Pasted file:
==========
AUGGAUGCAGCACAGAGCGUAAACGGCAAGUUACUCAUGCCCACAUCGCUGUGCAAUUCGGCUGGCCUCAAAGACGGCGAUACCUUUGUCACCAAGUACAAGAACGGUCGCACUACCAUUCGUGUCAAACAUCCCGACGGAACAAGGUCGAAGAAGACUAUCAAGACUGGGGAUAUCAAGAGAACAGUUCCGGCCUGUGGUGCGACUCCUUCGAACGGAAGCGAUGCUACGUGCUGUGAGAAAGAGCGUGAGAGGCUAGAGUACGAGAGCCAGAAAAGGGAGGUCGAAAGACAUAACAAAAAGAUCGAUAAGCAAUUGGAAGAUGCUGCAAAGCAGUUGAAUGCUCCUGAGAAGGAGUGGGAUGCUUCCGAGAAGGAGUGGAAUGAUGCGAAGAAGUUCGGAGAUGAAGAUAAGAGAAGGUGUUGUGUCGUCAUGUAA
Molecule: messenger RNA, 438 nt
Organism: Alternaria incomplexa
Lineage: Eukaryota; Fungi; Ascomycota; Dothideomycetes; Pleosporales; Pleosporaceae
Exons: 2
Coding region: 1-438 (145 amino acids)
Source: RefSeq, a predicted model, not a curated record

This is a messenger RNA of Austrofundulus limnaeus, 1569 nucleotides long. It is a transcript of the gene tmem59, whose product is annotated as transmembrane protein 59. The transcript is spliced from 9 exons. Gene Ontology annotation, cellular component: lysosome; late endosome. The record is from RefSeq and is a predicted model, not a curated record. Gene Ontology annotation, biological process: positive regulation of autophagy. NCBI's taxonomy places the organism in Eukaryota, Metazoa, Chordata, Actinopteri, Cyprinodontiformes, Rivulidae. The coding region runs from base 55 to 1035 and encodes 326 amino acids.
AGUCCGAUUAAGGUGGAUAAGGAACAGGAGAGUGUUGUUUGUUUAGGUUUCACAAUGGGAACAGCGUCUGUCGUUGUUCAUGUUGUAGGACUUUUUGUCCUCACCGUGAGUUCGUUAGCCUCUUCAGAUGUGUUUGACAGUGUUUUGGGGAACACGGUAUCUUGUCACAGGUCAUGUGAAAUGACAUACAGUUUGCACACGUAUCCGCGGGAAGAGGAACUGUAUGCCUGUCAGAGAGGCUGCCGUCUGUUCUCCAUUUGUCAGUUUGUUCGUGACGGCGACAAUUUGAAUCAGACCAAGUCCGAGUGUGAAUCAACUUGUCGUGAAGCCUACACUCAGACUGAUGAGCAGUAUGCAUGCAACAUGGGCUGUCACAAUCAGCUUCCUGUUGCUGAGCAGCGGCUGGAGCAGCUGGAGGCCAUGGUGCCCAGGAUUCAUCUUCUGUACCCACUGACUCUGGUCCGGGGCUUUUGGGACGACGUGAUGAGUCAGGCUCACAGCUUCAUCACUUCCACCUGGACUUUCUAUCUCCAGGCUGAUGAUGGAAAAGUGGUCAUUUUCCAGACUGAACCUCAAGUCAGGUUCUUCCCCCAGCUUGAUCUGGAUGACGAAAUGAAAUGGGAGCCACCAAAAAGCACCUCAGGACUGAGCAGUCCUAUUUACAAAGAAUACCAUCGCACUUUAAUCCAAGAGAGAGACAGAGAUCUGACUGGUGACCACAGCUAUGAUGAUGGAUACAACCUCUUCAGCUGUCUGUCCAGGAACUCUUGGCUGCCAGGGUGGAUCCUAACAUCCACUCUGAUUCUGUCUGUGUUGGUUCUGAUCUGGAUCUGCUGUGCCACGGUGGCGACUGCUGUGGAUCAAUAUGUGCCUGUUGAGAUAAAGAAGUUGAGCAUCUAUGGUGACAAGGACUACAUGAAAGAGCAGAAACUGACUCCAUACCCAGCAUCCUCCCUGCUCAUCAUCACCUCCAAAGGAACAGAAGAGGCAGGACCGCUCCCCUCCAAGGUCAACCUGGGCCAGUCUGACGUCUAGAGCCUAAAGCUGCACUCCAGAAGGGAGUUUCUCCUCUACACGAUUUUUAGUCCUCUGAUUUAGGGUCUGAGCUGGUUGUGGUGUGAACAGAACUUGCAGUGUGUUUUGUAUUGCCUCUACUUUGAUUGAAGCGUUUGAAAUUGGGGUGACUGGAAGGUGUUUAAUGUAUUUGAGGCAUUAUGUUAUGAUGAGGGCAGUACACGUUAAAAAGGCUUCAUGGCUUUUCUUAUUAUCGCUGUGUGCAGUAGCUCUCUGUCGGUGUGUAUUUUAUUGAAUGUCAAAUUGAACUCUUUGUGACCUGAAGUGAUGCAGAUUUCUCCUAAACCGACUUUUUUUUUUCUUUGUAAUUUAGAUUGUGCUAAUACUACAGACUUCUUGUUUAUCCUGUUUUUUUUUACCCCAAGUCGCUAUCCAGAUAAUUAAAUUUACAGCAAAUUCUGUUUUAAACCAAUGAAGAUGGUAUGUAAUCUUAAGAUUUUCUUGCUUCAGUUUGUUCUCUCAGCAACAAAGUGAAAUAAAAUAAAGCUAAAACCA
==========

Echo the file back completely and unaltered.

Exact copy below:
AUGGAUGCAGCACAGAGCGUAAACGGCAAGUUACUCAUGCCCACAUCGCUGUGCAAUUCGGCUGGCCUCAAAGACGGCGAUACCUUUGUCACCAAGUACAAGAACGGUCGCACUACCAUUCGUGUCAAACAUCCCGACGGAACAAGGUCGAAGAAGACUAUCAAGACUGGGGAUAUCAAGAGAACAGUUCCGGCCUGUGGUGCGACUCCUUCGAACGGAAGCGAUGCUACGUGCUGUGAGAAAGAGCGUGAGAGGCUAGAGUACGAGAGCCAGAAAAGGGAGGUCGAAAGACAUAACAAAAAGAUCGAUAAGCAAUUGGAAGAUGCUGCAAAGCAGUUGAAUGCUCCUGAGAAGGAGUGGGAUGCUUCCGAGAAGGAGUGGAAUGAUGCGAAGAAGUUCGGAGAUGAAGAUAAGAGAAGGUGUUGUGUCGUCAUGUAA
Molecule: messenger RNA, 438 nt
Organism: Alternaria incomplexa
Lineage: Eukaryota; Fungi; Ascomycota; Dothideomycetes; Pleosporales; Pleosporaceae
Exons: 2
Coding region: 1-438 (145 amino acids)
Source: RefSeq, a predicted model, not a curated record

This is a messenger RNA of Austrofundulus limnaeus, 1569 nucleotides long. It is a transcript of the gene tmem59, whose product is annotated as transmembrane protein 59. The transcript is spliced from 9 exons. Gene Ontology annotation, cellular component: lysosome; late endosome. The record is from RefSeq and is a predicted model, not a curated record. Gene Ontology annotation, biological process: positive regulation of autophagy. NCBI's taxonomy places the organism in Eukaryota, Metazoa, Chordata, Actinopteri, Cyprinodontiformes, Rivulidae. The coding region runs from base 55 to 1035 and encodes 326 amino acids.
AGUCCGAUUAAGGUGGAUAAGGAACAGGAGAGUGUUGUUUGUUUAGGUUUCACAAUGGGAACAGCGUCUGUCGUUGUUCAUGUUGUAGGACUUUUUGUCCUCACCGUGAGUUCGUUAGCCUCUUCAGAUGUGUUUGACAGUGUUUUGGGGAACACGGUAUCUUGUCACAGGUCAUGUGAAAUGACAUACAGUUUGCACACGUAUCCGCGGGAAGAGGAACUGUAUGCCUGUCAGAGAGGCUGCCGUCUGUUCUCCAUUUGUCAGUUUGUUCGUGACGGCGACAAUUUGAAUCAGACCAAGUCCGAGUGUGAAUCAACUUGUCGUGAAGCCUACACUCAGACUGAUGAGCAGUAUGCAUGCAACAUGGGCUGUCACAAUCAGCUUCCUGUUGCUGAGCAGCGGCUGGAGCAGCUGGAGGCCAUGGUGCCCAGGAUUCAUCUUCUGUACCCACUGACUCUGGUCCGGGGCUUUUGGGACGACGUGAUGAGUCAGGCUCACAGCUUCAUCACUUCCACCUGGACUUUCUAUCUCCAGGCUGAUGAUGGAAAAGUGGUCAUUUUCCAGACUGAACCUCAAGUCAGGUUCUUCCCCCAGCUUGAUCUGGAUGACGAAAUGAAAUGGGAGCCACCAAAAAGCACCUCAGGACUGAGCAGUCCUAUUUACAAAGAAUACCAUCGCACUUUAAUCCAAGAGAGAGACAGAGAUCUGACUGGUGACCACAGCUAUGAUGAUGGAUACAACCUCUUCAGCUGUCUGUCCAGGAACUCUUGGCUGCCAGGGUGGAUCCUAACAUCCACUCUGAUUCUGUCUGUGUUGGUUCUGAUCUGGAUCUGCUGUGCCACGGUGGCGACUGCUGUGGAUCAAUAUGUGCCUGUUGAGAUAAAGAAGUUGAGCAUCUAUGGUGACAAGGACUACAUGAAAGAGCAGAAACUGACUCCAUACCCAGCAUCCUCCCUGCUCAUCAUCACCUCCAAAGGAACAGAAGAGGCAGGACCGCUCCCCUCCAAGGUCAACCUGGGCCAGUCUGACGUCUAGAGCCUAAAGCUGCACUCCAGAAGGGAGUUUCUCCUCUACACGAUUUUUAGUCCUCUGAUUUAGGGUCUGAGCUGGUUGUGGUGUGAACAGAACUUGCAGUGUGUUUUGUAUUGCCUCUACUUUGAUUGAAGCGUUUGAAAUUGGGGUGACUGGAAGGUGUUUAAUGUAUUUGAGGCAUUAUGUUAUGAUGAGGGCAGUACACGUUAAAAAGGCUUCAUGGCUUUUCUUAUUAUCGCUGUGUGCAGUAGCUCUCUGUCGGUGUGUAUUUUAUUGAAUGUCAAAUUGAACUCUUUGUGACCUGAAGUGAUGCAGAUUUCUCCUAAACCGACUUUUUUUUUUCUUUGUAAUUUAGAUUGUGCUAAUACUACAGACUUCUUGUUUAUCCUGUUUUUUUUUACCCCAAGUCGCUAUCCAGAUAAUUAAAUUUACAGCAAAUUCUGUUUUAAACCAAUGAAGAUGGUAUGUAAUCUUAAGAUUUUCUUGCUUCAGUUUGUUCUCUCAGCAACAAAGUGAAAUAAAAUAAAGCUAAAACCA